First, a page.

The Australian Information Service was one of a series of federal government organisations created to promote the image of Australia. The agency existed from 1973 to 1986.
The Department of Information was created in 1947 to promote the Australian lifestyle and Australian events overseas, particularly to intending post-war migrants
In 1950 the agency was renamed the Australian News and Information Bureau. In 1973, under the Whitlam Government, it was again renamed as the Australian Information Service.
The Department of Information was established to â€˜undertake the large publicity campaign necessary to support Australiaâ€™s war effortâ€™. This campaign was centred principally on increasing and sustaining the peopleâ€™s faith in the cause for which they were fighting, and sought to gain support for the governmentâ€™s security and fundraising activities and distribute â€˜soundâ€™ facts on the war and its progress.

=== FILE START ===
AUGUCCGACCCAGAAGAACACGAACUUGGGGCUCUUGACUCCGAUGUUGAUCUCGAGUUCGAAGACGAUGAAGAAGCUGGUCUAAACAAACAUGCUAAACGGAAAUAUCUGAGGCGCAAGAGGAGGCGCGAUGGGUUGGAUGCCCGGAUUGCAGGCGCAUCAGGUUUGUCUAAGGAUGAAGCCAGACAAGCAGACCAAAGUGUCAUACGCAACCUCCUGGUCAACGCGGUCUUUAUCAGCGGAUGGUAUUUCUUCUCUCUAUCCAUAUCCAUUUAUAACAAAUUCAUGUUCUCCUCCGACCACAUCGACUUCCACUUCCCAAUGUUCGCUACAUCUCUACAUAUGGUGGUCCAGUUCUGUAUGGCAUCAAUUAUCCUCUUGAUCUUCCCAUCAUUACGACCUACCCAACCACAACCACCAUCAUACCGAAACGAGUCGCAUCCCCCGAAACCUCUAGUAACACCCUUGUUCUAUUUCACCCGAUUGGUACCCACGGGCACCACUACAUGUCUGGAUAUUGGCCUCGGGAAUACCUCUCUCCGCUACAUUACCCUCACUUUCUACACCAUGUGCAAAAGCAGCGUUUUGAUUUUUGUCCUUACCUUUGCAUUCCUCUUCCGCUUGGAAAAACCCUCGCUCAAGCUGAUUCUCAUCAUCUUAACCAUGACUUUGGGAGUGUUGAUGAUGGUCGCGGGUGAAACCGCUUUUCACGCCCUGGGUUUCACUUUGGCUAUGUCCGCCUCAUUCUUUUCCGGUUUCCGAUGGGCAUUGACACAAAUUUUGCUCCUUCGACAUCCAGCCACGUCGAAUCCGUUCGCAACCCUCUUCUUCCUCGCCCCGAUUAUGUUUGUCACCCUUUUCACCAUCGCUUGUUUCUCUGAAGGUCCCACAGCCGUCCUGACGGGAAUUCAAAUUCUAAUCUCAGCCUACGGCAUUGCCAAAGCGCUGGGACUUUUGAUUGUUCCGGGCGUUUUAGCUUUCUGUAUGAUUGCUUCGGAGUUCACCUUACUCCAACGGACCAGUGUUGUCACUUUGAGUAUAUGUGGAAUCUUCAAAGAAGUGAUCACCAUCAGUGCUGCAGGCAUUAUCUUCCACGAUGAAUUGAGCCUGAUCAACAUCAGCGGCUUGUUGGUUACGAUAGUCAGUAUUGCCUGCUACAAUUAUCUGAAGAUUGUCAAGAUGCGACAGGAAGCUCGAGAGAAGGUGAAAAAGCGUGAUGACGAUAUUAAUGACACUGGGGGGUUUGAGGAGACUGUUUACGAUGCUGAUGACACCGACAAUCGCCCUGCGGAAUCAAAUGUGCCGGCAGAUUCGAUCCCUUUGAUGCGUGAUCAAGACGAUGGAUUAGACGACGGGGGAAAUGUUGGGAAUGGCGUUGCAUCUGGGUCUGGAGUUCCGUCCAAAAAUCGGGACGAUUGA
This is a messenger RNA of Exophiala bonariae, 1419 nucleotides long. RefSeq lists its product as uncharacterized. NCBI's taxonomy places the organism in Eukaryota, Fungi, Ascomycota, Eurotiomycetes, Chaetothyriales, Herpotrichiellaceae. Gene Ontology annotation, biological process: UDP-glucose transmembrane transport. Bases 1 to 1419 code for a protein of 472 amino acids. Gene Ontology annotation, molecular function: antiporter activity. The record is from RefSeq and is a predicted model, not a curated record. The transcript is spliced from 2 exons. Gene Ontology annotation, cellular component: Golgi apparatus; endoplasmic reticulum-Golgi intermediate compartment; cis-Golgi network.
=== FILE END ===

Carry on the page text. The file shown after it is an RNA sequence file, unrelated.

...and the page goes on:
The activities of the Department were extensive and various, and when, in 1981, two packets of â€˜historicalâ€™ photographs of a rural Victorian town were returned to Australia by the New York office of the Australian Information Service, a small example of those activities came to light.